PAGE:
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Rampur Greyhound

Once the favourite sporting companion of Indian princes


The Rampur Greyhound is a large sighthound that was developed by Ahmad Ali Khan, the Nawab of Rampur, in the 18th or 19th century. They were frequently retained by Maharajas, the Royalty of India. This dog was used for hunting large and dangerous game that could include boars, jackals, and even lions. When India won independence from Britain in 1947 both the Maharajas and the practice of hunting these animals lost popularity and so did the Rampur Greyhound. Today most of the remaining population of the Rampur Greyhound are still employed as hunting dogs and guard dogs in India and of course as family pets, but none of the major kennel clubs have officially recognized this breed as of yet. Less demand for a hunting dog in India has created a precipitous decline in the Rampur Greyhound population and the breed is currently on the verge of extinction, although their population has very recently started to rise. However they are still extremely difficult to find outside of India, but there are a few that have allegedly been reported in the United States.

OTHER NAMES – North Indian Greyhound, Rampur Dog, Rampur Hound, Royal Rampur Hound


The Rampur Greyhound are very affectionate towards their owners, but they can tend to be more of a one person dog than some other breeds. They are fairly gentle and sensitive towards the children in the family but can be full of energy and difficult to control and are prone to knocking people over if they haven’t been properly trained. They do not tend to get along well with other dogs, but they do usually enjoy a good play session with another Rampur Greyhound, which sometimes consists of running at each other full bore for a rather intense chest bump! They do have a high prey drive and should be on a lead at all times and they should not be left in the garden alone as they are prone to going over fences thanks to those extra flexible toes. They are fairly easy to train as they are both intelligent and obedient but can be distracted, particularly if fast moving objects are involved. These dogs are very active and tend to have a higher level of endurance than most sighthounds. Not only should these dogs get daily walks or jogs of an hour or longer, they should be given the opportunity to run unencumbered, in a safe place like an enclosed garden.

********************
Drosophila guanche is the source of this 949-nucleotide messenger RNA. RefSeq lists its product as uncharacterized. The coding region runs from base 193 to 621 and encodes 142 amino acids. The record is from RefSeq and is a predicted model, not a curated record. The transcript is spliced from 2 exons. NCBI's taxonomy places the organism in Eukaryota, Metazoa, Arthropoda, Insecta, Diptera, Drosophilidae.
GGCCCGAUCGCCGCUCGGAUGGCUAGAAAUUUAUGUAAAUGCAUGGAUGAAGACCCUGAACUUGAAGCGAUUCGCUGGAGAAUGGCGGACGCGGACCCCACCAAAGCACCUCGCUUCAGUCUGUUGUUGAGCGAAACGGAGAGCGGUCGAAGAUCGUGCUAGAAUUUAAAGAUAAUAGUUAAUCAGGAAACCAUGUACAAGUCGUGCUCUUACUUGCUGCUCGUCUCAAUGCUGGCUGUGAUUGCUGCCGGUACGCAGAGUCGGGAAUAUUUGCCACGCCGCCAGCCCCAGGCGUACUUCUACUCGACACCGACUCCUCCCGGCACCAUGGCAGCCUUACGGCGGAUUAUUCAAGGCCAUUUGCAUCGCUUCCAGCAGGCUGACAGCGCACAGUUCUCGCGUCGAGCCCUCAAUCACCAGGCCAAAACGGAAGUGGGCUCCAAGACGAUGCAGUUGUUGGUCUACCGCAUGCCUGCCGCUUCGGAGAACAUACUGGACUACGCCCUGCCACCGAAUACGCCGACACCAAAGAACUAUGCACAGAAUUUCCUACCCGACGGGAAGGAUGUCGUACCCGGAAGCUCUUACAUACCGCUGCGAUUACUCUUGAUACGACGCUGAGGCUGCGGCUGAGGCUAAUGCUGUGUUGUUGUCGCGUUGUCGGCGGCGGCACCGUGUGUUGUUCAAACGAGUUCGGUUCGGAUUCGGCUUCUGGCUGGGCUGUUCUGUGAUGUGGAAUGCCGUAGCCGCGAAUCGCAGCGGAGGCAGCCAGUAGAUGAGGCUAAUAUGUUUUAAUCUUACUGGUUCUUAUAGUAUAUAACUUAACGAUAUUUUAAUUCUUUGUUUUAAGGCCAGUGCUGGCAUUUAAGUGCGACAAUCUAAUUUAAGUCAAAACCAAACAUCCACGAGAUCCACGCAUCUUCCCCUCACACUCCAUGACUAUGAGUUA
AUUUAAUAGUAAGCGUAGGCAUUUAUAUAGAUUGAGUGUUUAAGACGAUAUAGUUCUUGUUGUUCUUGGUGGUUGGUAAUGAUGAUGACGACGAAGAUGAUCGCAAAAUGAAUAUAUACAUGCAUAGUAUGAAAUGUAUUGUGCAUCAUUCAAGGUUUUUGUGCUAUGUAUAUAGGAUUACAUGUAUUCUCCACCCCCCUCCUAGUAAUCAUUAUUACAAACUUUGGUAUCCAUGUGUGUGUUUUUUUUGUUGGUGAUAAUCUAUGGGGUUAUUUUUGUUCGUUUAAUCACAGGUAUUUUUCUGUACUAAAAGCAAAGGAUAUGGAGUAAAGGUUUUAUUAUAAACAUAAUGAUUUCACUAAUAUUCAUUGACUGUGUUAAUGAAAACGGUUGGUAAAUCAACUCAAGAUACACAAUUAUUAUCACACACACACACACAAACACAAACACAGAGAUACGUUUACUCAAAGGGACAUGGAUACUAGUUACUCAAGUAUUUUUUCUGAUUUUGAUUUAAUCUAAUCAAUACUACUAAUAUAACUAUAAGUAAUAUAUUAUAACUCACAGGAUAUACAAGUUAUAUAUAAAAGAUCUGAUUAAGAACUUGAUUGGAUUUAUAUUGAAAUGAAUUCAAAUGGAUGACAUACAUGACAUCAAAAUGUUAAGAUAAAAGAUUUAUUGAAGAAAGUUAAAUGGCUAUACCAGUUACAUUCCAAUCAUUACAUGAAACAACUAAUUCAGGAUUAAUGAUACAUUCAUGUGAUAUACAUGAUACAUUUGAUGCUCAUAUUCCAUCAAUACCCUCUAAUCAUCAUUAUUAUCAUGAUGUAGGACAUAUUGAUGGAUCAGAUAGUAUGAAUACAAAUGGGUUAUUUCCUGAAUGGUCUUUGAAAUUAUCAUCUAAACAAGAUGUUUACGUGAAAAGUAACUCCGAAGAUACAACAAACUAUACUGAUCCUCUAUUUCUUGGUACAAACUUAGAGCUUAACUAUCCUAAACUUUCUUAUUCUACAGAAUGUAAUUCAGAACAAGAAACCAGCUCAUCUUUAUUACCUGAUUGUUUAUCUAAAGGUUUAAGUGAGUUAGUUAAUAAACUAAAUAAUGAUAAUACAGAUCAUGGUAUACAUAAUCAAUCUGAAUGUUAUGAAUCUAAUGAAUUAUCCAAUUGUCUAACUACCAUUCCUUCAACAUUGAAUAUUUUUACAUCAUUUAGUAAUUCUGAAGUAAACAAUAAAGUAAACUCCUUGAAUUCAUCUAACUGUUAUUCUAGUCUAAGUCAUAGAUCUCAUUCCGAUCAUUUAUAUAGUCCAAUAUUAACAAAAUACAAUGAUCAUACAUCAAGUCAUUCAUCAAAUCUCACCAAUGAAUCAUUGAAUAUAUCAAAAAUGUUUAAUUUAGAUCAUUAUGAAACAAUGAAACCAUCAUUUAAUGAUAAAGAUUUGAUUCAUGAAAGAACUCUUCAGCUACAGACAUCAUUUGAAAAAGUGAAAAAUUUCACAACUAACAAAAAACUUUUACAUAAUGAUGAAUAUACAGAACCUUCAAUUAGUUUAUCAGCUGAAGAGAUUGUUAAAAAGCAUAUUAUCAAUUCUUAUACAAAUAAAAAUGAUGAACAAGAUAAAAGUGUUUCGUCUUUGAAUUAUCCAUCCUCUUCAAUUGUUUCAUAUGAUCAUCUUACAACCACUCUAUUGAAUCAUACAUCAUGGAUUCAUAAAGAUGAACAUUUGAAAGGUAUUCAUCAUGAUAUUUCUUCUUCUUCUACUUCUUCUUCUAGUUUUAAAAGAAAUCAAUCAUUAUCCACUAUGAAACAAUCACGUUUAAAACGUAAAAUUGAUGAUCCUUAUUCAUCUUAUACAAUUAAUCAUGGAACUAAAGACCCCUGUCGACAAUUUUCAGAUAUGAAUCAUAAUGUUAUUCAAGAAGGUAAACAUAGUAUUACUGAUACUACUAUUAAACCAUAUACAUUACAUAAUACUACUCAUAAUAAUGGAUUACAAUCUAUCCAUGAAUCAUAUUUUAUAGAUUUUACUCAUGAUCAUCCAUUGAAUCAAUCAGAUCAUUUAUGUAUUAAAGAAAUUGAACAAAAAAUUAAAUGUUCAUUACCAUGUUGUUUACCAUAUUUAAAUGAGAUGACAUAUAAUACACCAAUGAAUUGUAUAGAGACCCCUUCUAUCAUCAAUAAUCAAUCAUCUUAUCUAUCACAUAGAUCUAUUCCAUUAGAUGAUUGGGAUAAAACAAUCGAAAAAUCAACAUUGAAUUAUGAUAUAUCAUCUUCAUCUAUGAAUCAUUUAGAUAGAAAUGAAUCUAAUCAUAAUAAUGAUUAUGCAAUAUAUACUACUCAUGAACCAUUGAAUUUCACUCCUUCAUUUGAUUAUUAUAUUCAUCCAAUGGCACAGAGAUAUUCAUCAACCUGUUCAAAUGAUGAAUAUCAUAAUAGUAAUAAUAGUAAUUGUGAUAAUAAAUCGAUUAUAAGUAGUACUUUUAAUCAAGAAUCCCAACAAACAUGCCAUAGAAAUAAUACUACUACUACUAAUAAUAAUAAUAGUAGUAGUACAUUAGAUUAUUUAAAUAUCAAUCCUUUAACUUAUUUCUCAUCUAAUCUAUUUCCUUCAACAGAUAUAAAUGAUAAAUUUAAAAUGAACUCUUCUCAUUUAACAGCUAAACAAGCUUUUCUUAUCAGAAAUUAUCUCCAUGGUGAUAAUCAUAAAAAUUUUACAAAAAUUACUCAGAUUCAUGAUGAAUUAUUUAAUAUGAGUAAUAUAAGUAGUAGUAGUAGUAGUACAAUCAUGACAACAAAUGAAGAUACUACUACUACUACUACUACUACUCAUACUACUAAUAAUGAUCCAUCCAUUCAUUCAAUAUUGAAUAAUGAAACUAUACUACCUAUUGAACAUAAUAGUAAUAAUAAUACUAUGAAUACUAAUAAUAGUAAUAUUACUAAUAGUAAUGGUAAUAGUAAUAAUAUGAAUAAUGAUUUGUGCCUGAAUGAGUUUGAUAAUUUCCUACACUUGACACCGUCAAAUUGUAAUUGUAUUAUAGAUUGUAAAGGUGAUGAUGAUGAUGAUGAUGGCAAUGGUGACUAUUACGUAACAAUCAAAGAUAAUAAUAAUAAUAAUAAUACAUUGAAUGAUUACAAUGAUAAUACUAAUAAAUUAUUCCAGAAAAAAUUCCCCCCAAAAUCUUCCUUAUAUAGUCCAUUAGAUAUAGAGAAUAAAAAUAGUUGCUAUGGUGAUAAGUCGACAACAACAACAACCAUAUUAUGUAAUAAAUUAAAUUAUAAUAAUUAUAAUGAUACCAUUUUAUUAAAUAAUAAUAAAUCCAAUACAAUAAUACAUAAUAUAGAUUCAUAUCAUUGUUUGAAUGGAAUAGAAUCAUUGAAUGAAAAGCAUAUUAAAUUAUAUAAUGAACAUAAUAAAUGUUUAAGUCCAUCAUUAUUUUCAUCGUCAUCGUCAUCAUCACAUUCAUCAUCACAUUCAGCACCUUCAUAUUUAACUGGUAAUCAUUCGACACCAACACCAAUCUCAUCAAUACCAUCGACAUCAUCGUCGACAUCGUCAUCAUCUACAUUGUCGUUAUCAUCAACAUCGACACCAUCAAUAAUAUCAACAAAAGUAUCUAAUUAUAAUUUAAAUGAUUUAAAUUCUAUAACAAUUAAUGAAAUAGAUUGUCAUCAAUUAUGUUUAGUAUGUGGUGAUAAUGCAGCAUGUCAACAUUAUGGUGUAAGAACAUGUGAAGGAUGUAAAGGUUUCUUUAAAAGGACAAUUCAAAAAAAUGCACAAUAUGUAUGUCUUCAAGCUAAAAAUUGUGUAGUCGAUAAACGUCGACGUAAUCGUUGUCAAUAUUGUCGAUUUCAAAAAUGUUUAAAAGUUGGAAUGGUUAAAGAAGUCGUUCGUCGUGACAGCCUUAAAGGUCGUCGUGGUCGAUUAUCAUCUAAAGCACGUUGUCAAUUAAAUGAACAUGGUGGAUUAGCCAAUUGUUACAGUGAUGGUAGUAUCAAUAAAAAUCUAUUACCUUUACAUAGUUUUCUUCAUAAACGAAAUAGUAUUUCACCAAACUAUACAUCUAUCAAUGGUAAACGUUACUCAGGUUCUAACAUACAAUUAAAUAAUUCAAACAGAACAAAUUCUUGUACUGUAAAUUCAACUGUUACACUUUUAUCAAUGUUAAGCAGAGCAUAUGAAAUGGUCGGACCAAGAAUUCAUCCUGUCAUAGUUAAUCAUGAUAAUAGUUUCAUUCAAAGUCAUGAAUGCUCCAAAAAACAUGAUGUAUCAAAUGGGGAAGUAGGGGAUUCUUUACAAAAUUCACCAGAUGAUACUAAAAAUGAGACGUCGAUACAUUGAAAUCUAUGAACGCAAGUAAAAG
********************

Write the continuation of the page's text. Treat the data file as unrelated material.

This information is taken from kennel clubs and other reliable sources.

TEMPERAMENTAffectionate, Lively, Gentle
EXERCISE NEEDED1-2 hours per day
HEIGHT – MALE60-75 cm / 23-30 in (to shoulder)
HEIGHT – FEMALE55-60 cm / 21-23 in (to shoulder)
COAT TYPEShort and smooth
GROOMING NEEDS1-2 times a week


  • These dogs do have rather distinctive webbed feet and extremely flexible toes, making them often exceptional at activities that include climbing and balancing.
  • The grooming requirements of the Rampur Greyhound are rather simple. Due to a distinct lack of doggie odour, these dogs only require bathing on an occasional basis, and a good brushing twice a week.
  • In a nod to their national importance, the Rampur Greyhound was featured on an Indian postage stamp in 2005.
  • At times shy, intensive socialisation when puppies is essential to bring them out of their shell and avoid them developing into overly-sensitive or fearful adult dogs.


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Enjoy this video about Rampur Greyhounds, you can view the entire playlist of videos about this breed on our YouTube Channel by clicking the button below:


Here’s some websites specifically dedicated to the Rampur Greyhound breed, click to view them. I am not affiliated with any of these sites, they’re just here for further information. Please note I will not advertise breeders on this site and as many websites dedicated to a specific breed are run by breeders, sometimes there’s fewer sites listed here. Unfortunately there are no good websites about this breed.

Thanks for reading!

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